(From "History of Ogden, Utah in Old Post Cards," by D. Boyd Crawford, used with permission.)
By Lynn Arave
WATER has always been a centerpiece of Ogden Valley.
Before the days of Pineview Reservoir (pre-mid-1930s), at the west end of the valley there were green meadows and many flowing artesian wells.
When the pioneers arrived in force in the 1860s, cattle would roam the area and ranchers noticed cool waters bubbling up from the ground, likely near where the west end of Pineview Reservoir is today.
In 1889, the first artesian well was drilled 84 feet down. It provided 40 gallons a minute.
Between then and 1935, a total of 51 wells were drilled, with 48 of them flowing. Average depth of the wells was 135 feet, but the deepest went some 600 feet down.
Ogden City drilled the wells to augment its water supply. Ogden was already receiving water from the Weber and Ogden rivers, plus from Taylor, Waterfall and Strongs canyons.
In 1925, there was a temporary sand problem in one of the new wells drilled.
However, the 1920s heralded the artesian wells as a new tourist destination each summer. The July 16,1924 Standard Examiner reported scores of inquires a day to Ogden City from all over the nation about its artesian well park.
Indeed, that summer, the Ogden Chamber of Commerce would regularly shuttle tourists to the wells. It also mailed out some 10,000 booklets that summer on the wells all over the country as a promotion.
The west end of Pineview Dam, near where the old Artesian Well Park likely would have been.
Photo by Whitney Arave.
“Take a cool ride through Ogden Canyon stopping at Hermitage Inn and Park Pineview and Artesian Wells” was part of an advertisement in 1926 in the Standard-Examiner.
Even before the first deep well was drilled, there were some types of simpler water fountains there. The Standard-Examiner on March 25, 1888 reported: “It is worth the pains of the trip (up Ogden Canyon) to get a drink from these fountains and enjoy the fresh, invigorating mountain air.”
The city planted grass, trees and shrubs in 1922 at the well park and used cement to create standard circular fountains there. You didn’t visit Ogden Canyon,or Ogden Valley without taking a cool drink from one of the flowing wells.
The artesian wells soon provided 811,000 gallons a minute, or 16 million gallons of water a day. The water was piped to Ogden in a redwood pipe, used for some 50 years.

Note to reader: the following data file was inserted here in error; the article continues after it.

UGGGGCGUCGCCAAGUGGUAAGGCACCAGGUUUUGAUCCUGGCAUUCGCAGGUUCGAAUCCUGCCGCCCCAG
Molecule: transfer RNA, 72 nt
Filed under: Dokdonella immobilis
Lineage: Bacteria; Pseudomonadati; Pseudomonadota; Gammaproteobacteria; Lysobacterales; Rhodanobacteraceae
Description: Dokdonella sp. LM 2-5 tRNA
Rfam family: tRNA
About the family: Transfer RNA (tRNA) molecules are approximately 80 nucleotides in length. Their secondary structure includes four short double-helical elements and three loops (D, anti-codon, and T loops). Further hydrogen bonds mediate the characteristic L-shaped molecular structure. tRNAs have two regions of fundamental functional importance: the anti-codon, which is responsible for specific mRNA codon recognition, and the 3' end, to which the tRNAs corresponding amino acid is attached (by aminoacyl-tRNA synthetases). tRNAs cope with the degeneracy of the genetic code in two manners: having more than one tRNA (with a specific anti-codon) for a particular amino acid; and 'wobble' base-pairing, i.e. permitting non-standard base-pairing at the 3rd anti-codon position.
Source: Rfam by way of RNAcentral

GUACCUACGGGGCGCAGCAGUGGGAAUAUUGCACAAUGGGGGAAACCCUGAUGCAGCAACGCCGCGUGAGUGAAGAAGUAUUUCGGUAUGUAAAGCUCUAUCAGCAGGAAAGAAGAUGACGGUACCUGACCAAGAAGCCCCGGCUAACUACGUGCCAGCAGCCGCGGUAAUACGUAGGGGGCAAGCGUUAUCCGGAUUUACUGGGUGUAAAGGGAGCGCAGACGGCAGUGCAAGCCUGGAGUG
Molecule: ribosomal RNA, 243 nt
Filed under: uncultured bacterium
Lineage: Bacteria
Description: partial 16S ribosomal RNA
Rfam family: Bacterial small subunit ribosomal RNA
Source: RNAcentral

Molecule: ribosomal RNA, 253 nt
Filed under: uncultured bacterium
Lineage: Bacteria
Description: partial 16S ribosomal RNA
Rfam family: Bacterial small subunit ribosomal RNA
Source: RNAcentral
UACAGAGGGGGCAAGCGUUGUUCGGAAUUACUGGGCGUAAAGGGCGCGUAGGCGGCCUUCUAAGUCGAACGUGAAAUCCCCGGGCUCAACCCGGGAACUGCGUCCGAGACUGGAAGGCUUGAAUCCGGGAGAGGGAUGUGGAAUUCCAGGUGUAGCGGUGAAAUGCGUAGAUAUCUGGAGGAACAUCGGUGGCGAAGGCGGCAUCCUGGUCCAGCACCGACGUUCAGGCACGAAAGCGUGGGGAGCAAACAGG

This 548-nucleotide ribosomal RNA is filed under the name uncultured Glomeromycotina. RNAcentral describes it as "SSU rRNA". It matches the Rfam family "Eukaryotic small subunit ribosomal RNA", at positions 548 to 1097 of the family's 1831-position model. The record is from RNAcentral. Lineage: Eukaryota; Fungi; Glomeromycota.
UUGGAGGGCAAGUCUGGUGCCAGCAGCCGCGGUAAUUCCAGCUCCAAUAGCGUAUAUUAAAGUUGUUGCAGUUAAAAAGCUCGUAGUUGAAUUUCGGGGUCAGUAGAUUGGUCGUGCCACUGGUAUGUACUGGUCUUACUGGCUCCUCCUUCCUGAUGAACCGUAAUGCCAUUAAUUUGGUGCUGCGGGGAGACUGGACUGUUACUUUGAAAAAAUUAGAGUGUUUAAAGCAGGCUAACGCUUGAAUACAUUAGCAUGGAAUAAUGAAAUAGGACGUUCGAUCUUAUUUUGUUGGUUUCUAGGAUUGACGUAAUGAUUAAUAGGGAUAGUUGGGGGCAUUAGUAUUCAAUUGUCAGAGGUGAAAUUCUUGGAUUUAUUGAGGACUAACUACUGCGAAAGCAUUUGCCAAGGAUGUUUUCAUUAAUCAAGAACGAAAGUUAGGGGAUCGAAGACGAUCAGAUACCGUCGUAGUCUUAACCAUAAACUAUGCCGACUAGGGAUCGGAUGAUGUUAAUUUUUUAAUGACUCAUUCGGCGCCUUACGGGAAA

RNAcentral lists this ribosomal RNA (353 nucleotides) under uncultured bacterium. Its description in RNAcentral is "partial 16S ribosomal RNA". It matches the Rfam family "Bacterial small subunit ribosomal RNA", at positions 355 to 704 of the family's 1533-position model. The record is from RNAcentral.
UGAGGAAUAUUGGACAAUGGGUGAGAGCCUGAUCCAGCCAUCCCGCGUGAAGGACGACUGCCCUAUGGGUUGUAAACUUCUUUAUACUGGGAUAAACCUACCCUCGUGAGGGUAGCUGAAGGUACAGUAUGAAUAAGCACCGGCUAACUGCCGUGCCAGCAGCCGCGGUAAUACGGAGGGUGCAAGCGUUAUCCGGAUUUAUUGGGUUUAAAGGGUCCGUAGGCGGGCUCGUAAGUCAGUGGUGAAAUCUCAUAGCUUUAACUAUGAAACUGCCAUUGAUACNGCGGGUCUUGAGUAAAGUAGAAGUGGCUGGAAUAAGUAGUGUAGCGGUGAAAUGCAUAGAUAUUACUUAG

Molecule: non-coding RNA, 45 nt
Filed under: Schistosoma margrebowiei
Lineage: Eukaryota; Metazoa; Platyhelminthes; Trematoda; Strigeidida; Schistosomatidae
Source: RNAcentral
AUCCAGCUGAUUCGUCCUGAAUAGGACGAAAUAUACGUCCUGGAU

The artesian wells soon formed Artesian Well Park, a refreshing summer spot for residents and tourists.
August of 1933 was the only dark side to the artestian wells, as some sort of contamination plagued the well water part of that summer.
When Pineview Reservoir was filled in 1937, the artesian wells were capped and piped out to Ogden Canyon, to continue to supply drinking water to area residents.
By 1956, two-thirds of Ogden’s water, some 20 million gallons a day, were from the artesian wells.
However, it was realized in April of 1968 that after three decades, the 70-foot-deep reservoir water and accompanying pressures had damaged the piping and caused untreated Pineview water to seep into the drinking water pipes. This turned the water red and created slime and odor problems with the water.
All the Pineview water was then chlorinated for health reasons in that emergency, though that also killed most of the trout in the waters.
Pineview Dam was then drained and the old artesian wells were capped. From December of 1970 to May of 1971, six new and larger artesian wells were dug above the high water elevation of the reservoir – all about 260 feet deep – and funneled into a 36-inch pipe that goes beneath Pineview Reservoir and into Ogden Canyon.
These supplied about as much water as the old 48 wells.
According to Justin Anderson, Ogden City Engineer, this newer artesian well field provides for 67% of the drinking water demand to Ogden City today. During peak use, water from the Water Treatment Plant (just west of the base of Pineview Dam) is used to supplement the demand.
“Along the Wasatch front it is not unusual for drinking water utilities to utilize well fields,” Anderson stated. “The amount of water extracted from Ogden’s well field is relatively large when compared to surrounding water systems. “
Anderson also noted that the water rights associated with Ogden City’s wells are some of the oldest in the surrounding area.
So, although the original artesian well park has been gone for almost eight decades, refreshing waters from the same vast underground source in Ogden Valley still dominate Ogden’s drinking water supply.
(-Written by Lynn Arave and originally published in the Ogden Standard-Examiner on December 27, 2013.)
-NOTE: The author, Lynn Arave, is available to speak to groups, clubs, classes or other organizations about Utah history at no charge. He can be contacted by email at: firstname.lastname@example.org